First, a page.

The Trump Education Budget for FY 2018 adds more than $250,000,000 to the Education Innovation and Research (EIR) Program established under the Elementary and Secondary Education Act (ESSA) to support educational research. This research must benefit students with high needs. Presumably economic, social, psychological, learning and developmental needs all make children fit within the embrace of this legislation. It is intended by Congress to make lives and learning better for children. Fitting within this imperative of recognizing and meeting children’s “needs” is a serious requirement for a research proposal to be fundable using these federal resources.
Congress directs the Department of Education to distribute these resources to researchers. EIR funds are not meant to support children’s movement out of public schools to schools that do not show progress in innovative learning. So why does President Trump believe he can use $250,000,000 of the EIR research budget to make tuition reimbursements to parents who want to send their children to private and parochial schools?
Apparently the well conceived intentions of Congress and the oversight of researchers who are invested in education innovation – people who are responsible for reviewing proposals and allocating research funds under EIR – can be ignored by a White House that does not really value learning and does not respect expertise.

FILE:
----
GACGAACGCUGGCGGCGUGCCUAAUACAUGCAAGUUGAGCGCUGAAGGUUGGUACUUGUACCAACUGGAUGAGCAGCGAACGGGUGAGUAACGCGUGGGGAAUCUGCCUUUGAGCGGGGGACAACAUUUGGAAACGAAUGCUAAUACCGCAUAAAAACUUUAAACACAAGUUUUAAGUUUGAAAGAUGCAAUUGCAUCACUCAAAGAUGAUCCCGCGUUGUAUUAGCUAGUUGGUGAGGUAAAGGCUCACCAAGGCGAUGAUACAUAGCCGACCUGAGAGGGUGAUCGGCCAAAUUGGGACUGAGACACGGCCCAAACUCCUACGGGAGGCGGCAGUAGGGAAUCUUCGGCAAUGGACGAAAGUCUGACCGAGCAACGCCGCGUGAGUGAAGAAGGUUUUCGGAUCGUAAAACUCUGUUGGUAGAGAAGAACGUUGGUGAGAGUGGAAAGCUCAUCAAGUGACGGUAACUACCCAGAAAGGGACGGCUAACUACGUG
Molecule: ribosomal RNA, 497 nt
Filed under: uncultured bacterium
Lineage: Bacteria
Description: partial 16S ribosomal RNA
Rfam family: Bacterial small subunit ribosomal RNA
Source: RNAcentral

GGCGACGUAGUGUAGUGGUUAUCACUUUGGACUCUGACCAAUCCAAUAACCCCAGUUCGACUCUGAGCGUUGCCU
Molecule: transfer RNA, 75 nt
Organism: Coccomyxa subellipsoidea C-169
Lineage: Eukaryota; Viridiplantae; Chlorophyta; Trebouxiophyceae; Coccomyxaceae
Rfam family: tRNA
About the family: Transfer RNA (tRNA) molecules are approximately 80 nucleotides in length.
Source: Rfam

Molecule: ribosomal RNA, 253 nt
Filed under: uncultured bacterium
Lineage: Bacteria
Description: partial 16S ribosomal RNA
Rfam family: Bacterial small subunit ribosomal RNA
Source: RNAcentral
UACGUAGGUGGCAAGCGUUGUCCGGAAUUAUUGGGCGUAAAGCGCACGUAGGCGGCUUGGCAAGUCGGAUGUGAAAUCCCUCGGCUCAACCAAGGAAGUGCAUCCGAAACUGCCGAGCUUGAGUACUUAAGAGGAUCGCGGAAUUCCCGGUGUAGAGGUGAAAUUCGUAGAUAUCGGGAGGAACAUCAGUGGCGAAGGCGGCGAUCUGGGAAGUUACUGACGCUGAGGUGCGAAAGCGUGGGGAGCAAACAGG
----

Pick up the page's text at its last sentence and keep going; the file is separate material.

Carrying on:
For those who do not know the EIR program – here is a description of the purpose of this legislation: the EIR program is established to “provide funding to create, develop, implement, replicate or take to scale entrepreneurial, evidence-based, field-initiated innovations to improve student achievement and attainment for high-needs students and rigorously evaluate those innovations. The EIR program is designed to generate and validate solutions to persistent educational challenges and to support the expansion of effective solutions to serve substantially larger numbers of students.”
It would be a better investment in urban schools if the EIR education budget were to make an investment of $250,000,000 in understanding and healing the consequences of children’s exposure to poverty, toxic stress, violence in communities and trauma. These traumas and stresses can have serious adverse impacts on a child’s brain development, creating disruptive behavior and inhibiting learning. Creating a Trauma-Informed Education Fund under this program would make investments in innovative strategies that heal the effects of trauma and (literally) grow brain matter to improve self-regulation, reduce aggressive behavior, alter how children perceive threats and increase focused attention – all to contribute directly to improvements in students’ capacities to engage in learning and academic achievement. We know childhood trauma is an important factor contributing to low-performing urban elementary schools. But childhood trauma can be healed if we create nurturing, accepting, engaging and stimulating learning environments in schools. We can create trauma-sensitive compassionate schools for urban disadvantaged children – if we have the political will and understand early childhood education as a collective moral responsibility. We can do this.